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My little boy’s life is a misery due to cystic fibrosis... the NHS can help by providing a vital new drug

By Victoria Leonard

The mother of a 15-month-old Downpatrick boy with cystic fibrosis is urging the Prime Minister to step in to provide a "life-changing" new drug on the NHS.

Jen Banks (33) said her son Lorcan Maguire is already showing signs of deterioration due to the genetic disease.

It affects around one in 19 people in Ireland and causes a build-up of thick, sticky mucus in the lungs, digestive system and other organs.

Campaigners are calling for the drug Orkambi, which is already available to cystic fibrosis sufferers in the Republic, to be introduced in Northern Ireland and the rest of the UK.

Last month, hundreds of letters were delivered to Theresa May from families and children asking for Orkambi. A protest calling for access to the drug will take place at Belfast City Hall on June 22 from noon until 2pm.

Orkambi is currently not available on the NHS in the UK, with the National Institute for Health and Care Excellence (NICE) saying that "for the benefits it offers, the cost of Orkambi is currently too high".

Ms Banks said she and husband Dermot knew nothing about cystic fibrosis when Lorcan was born.

"He is a gorgeous, wonderful child, but he is already showing signs of deterioration, with thickening of mucus in his lungs and inability to absorb nutrients from food.

"He has a cough all the time, and every day he has to take two nebuliser drugs, 20 enzymes, two vitamin tablets and two antibiotic tablets - and he is pretty well at the minute. He has to have physio two or three times a day when he is well, to get the mucus to loosen up.

"The main issue which causes death is what happens in the lungs with the mucus - they become a perfect breeding ground for bacteria, so they get infection after infection, then deteriorate.

"Every time we go out and someone coughs you panic, if you smell smoke you panic. We use antibacterial gel constantly.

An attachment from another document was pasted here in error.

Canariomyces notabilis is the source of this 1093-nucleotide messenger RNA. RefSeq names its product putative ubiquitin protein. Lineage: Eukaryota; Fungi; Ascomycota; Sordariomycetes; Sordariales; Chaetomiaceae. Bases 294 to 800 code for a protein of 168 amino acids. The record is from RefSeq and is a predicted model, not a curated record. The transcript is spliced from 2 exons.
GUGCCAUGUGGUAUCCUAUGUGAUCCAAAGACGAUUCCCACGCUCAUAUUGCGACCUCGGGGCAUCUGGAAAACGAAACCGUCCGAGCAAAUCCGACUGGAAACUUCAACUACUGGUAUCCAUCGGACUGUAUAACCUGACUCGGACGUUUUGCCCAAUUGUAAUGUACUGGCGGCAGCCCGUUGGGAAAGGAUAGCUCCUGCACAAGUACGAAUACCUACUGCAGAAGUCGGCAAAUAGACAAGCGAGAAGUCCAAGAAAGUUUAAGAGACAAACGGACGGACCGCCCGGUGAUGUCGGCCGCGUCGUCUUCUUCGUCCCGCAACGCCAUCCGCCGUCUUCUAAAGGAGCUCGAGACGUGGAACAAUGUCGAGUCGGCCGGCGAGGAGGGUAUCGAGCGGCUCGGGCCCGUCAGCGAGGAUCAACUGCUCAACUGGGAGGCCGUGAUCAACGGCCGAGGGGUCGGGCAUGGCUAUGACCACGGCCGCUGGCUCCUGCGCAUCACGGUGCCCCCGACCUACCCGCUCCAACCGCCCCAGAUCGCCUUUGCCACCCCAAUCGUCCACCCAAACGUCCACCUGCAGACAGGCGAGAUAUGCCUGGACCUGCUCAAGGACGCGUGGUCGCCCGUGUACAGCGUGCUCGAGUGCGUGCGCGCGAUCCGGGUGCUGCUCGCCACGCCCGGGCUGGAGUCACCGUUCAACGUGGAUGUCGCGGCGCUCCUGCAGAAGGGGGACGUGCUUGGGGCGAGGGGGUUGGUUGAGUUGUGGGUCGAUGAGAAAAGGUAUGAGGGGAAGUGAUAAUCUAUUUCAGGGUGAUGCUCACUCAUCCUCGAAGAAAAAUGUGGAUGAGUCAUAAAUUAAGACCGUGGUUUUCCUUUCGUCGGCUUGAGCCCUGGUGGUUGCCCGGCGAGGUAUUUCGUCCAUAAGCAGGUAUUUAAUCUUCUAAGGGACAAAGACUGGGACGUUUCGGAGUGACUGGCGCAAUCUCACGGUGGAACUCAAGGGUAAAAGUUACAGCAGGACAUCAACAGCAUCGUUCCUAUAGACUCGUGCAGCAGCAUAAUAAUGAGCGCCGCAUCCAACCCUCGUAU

"My father has Pseudomonas in his lungs and he and Lorcan have to stay three metres apart, which is heartbreaking.

"When he was born we were told by the midwife that life expectancy was up to 31, but these new drugs would mean he could live up until the age of around 47."

Ms Banks said that Orkambi represents a revolutionary treatment for cystic fibrosis.

She continued: "Other drugs only deal with the symptoms, whereas Orkambi actually helps the movement of salt and water through the cells, working at the root of the problem.

"In the Republic, they also have a pipeline deal whereby new drugs for cystic fibrosis are made available when they are developed, and the new drugs being developed now could help up to 90% of sufferers.

"They already have this drug in the Republic, America and across Europe, where it can be used from six years old."

In the absence of a Health Minister, Ms Banks is calling on Mrs May to take action. She added: "Lorcan will die from this unless something is made available. It's really heartbreaking for me."

A Department of Health spokesperson said: "NICE does not recommend the use of lumacaftor and ivacaftor (Orkambi) for treating cystic fibrosis and has published guidance to this effect (TA398).

"In August 2016, the department endorsed TA398 as applicable here, therefore Orkambi is not offered as a routinely commissioned treatment for cystic fibrosis."

A government spokesman said: "Cystic fibrosis is a life-limiting condition and it is absolutely right that patients should have access to cost-effective, innovative medicines and technologies on the NHS. However, Orkambi has not been approved by the healthcare regulatory bodies in England, Scotland or Northern Ireland."

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